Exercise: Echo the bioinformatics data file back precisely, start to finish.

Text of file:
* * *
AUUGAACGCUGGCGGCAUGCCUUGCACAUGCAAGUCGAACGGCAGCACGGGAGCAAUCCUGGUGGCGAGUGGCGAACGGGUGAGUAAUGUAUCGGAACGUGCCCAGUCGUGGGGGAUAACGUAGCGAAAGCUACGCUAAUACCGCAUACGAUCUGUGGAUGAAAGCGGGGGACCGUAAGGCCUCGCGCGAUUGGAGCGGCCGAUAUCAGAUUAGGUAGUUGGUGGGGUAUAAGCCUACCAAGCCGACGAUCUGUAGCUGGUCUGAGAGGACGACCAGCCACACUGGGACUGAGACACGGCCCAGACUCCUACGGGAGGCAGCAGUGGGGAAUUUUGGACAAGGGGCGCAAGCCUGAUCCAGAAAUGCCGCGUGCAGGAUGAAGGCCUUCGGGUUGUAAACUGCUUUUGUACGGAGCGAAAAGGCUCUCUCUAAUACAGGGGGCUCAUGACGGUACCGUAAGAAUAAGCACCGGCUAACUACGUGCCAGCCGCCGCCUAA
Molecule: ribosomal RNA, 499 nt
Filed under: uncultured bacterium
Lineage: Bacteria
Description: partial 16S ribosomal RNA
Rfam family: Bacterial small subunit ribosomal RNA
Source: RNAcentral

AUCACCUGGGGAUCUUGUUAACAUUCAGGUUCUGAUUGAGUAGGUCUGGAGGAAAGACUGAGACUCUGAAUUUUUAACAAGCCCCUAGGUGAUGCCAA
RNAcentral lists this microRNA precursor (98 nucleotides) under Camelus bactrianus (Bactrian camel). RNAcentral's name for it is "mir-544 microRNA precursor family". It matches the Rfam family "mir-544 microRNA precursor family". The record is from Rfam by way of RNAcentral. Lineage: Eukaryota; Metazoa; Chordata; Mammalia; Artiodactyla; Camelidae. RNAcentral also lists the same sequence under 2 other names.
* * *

AUUGAACGCUGGCGGCAUGCCUUGCACAUGCAAGUCGAACGGCAGCACGGGAGCAAUCCUGGUGGCGAGUGGCGAACGGGUGAGUAAUGUAUCGGAACGUGCCCAGUCGUGGGGGAUAACGUAGCGAAAGCUACGCUAAUACCGCAUACGAUCUGUGGAUGAAAGCGGGGGACCGUAAGGCCUCGCGCGAUUGGAGCGGCCGAUAUCAGAUUAGGUAGUUGGUGGGGUAUAAGCCUACCAAGCCGACGAUCUGUAGCUGGUCUGAGAGGACGACCAGCCACACUGGGACUGAGACACGGCCCAGACUCCUACGGGAGGCAGCAGUGGGGAAUUUUGGACAAGGGGCGCAAGCCUGAUCCAGAAAUGCCGCGUGCAGGAUGAAGGCCUUCGGGUUGUAAACUGCUUUUGUACGGAGCGAAAAGGCUCUCUCUAAUACAGGGGGCUCAUGACGGUACCGUAAGAAUAAGCACCGGCUAACUACGUGCCAGCCGCCGCCUAA
Molecule: ribosomal RNA, 499 nt
Filed under: uncultured bacterium
Lineage: Bacteria
Description: partial 16S ribosomal RNA
Rfam family: Bacterial small subunit ribosomal RNA
Source: RNAcentral

AUCACCUGGGGAUCUUGUUAACAUUCAGGUUCUGAUUGAGUAGGUCUGGAGGAAAGACUGAGACUCUGAAUUUUUAACAAGCCCCUAGGUGAUGCCAA
RNAcentral lists this microRNA precursor (98 nucleotides) under Camelus bactrianus (Bactrian camel). RNAcentral's name for it is "mir-544 microRNA precursor family". It matches the Rfam family "mir-544 microRNA precursor family". The record is from Rfam by way of RNAcentral. Lineage: Eukaryota; Metazoa; Chordata; Mammalia; Artiodactyla; Camelidae. RNAcentral also lists the same sequence under 2 other names.